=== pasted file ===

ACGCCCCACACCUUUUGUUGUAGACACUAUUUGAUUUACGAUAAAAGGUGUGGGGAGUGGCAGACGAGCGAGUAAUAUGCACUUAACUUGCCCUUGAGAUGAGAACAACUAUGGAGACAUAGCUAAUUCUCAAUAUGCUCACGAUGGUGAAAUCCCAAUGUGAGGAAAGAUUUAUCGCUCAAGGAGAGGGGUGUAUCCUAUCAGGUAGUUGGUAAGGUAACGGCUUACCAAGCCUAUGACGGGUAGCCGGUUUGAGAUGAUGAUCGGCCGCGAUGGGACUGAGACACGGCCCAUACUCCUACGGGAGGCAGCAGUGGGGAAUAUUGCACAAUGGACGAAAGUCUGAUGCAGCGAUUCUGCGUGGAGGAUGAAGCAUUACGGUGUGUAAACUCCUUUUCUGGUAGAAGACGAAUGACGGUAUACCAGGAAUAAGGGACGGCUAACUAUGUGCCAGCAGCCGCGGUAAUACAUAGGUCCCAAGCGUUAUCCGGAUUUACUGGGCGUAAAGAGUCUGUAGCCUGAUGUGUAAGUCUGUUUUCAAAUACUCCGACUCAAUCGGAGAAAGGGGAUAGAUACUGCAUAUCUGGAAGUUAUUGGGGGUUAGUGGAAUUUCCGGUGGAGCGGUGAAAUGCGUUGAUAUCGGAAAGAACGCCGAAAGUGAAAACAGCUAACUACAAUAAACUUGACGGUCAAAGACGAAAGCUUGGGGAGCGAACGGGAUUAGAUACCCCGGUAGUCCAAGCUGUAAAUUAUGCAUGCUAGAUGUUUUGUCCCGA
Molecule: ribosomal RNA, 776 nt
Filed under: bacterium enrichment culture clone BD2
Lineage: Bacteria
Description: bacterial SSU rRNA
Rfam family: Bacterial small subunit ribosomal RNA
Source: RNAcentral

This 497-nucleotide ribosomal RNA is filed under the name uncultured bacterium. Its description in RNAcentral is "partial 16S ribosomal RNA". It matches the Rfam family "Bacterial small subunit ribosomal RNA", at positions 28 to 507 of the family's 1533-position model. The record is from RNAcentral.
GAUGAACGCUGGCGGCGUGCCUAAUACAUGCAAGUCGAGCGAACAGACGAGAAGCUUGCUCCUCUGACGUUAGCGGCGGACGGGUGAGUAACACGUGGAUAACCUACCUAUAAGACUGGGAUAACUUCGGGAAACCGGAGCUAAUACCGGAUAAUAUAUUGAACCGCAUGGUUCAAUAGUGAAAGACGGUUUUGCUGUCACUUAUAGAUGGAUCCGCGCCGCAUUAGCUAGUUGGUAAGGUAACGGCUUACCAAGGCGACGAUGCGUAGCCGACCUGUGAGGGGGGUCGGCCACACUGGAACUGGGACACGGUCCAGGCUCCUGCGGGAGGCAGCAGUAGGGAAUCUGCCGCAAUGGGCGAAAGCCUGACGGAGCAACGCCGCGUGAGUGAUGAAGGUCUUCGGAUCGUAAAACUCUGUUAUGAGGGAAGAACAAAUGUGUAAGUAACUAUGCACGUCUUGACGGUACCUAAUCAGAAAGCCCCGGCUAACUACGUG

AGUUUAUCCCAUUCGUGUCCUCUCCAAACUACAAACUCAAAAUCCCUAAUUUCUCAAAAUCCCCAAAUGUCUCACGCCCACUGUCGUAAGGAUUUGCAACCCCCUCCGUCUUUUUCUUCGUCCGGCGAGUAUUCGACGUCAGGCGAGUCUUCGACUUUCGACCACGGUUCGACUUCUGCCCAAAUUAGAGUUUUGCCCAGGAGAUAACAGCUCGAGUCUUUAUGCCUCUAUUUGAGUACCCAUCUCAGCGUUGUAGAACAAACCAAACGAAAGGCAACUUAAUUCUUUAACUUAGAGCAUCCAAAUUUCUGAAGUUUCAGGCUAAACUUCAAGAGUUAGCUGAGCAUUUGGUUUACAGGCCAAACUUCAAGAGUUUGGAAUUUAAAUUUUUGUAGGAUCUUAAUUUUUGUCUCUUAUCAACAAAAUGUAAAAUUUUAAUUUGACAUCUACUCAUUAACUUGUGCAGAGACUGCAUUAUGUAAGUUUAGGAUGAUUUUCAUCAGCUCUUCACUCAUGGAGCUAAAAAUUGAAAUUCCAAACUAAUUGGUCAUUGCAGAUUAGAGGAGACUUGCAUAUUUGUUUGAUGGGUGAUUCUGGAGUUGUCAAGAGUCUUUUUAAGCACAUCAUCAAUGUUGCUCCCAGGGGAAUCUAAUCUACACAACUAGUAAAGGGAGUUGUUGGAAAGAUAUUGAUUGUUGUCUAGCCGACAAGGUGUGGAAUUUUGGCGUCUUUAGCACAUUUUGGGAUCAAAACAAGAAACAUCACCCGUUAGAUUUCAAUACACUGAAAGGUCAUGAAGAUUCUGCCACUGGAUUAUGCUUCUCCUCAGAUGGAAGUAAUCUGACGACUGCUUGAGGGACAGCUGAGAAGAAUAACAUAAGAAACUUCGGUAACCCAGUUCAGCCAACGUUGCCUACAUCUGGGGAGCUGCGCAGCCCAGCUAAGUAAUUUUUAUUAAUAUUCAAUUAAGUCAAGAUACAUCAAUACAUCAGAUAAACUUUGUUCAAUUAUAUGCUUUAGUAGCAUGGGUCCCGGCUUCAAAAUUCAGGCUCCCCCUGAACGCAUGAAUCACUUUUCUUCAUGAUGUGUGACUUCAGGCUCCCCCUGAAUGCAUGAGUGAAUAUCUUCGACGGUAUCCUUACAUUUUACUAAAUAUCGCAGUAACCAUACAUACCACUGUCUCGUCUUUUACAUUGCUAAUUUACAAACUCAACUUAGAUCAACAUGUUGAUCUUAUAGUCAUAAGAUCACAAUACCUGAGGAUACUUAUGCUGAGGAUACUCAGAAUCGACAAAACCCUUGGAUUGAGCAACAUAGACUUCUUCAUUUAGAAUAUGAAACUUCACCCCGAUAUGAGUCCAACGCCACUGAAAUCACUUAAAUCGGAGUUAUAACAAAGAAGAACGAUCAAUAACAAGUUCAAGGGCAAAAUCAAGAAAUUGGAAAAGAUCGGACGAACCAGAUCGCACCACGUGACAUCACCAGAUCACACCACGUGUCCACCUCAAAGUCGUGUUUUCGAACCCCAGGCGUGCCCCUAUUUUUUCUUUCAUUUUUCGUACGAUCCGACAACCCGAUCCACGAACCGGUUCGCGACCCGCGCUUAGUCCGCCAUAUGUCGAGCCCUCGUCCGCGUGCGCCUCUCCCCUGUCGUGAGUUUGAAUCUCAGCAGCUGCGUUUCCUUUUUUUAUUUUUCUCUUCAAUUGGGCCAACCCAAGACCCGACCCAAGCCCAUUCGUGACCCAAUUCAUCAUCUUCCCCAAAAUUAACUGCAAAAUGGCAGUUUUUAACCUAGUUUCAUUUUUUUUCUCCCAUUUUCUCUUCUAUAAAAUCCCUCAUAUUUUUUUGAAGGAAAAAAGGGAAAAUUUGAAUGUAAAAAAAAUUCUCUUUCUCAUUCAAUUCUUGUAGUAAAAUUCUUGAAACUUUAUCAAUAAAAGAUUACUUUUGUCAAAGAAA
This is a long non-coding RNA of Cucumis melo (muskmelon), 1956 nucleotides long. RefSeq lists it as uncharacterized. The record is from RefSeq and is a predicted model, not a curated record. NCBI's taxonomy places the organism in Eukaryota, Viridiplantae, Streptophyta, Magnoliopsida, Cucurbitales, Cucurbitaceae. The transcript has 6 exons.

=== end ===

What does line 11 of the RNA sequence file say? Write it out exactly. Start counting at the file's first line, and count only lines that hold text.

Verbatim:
This is a long non-coding RNA of Cucumis melo (muskmelon), 1956 nucleotides long. RefSeq lists it as uncharacterized. The record is from RefSeq and is a predicted model, not a curated record. NCBI's taxonomy places the organism in Eukaryota, Viridiplantae, Streptophyta, Magnoliopsida, Cucurbitales, Cucurbitaceae. The transcript has 6 exons.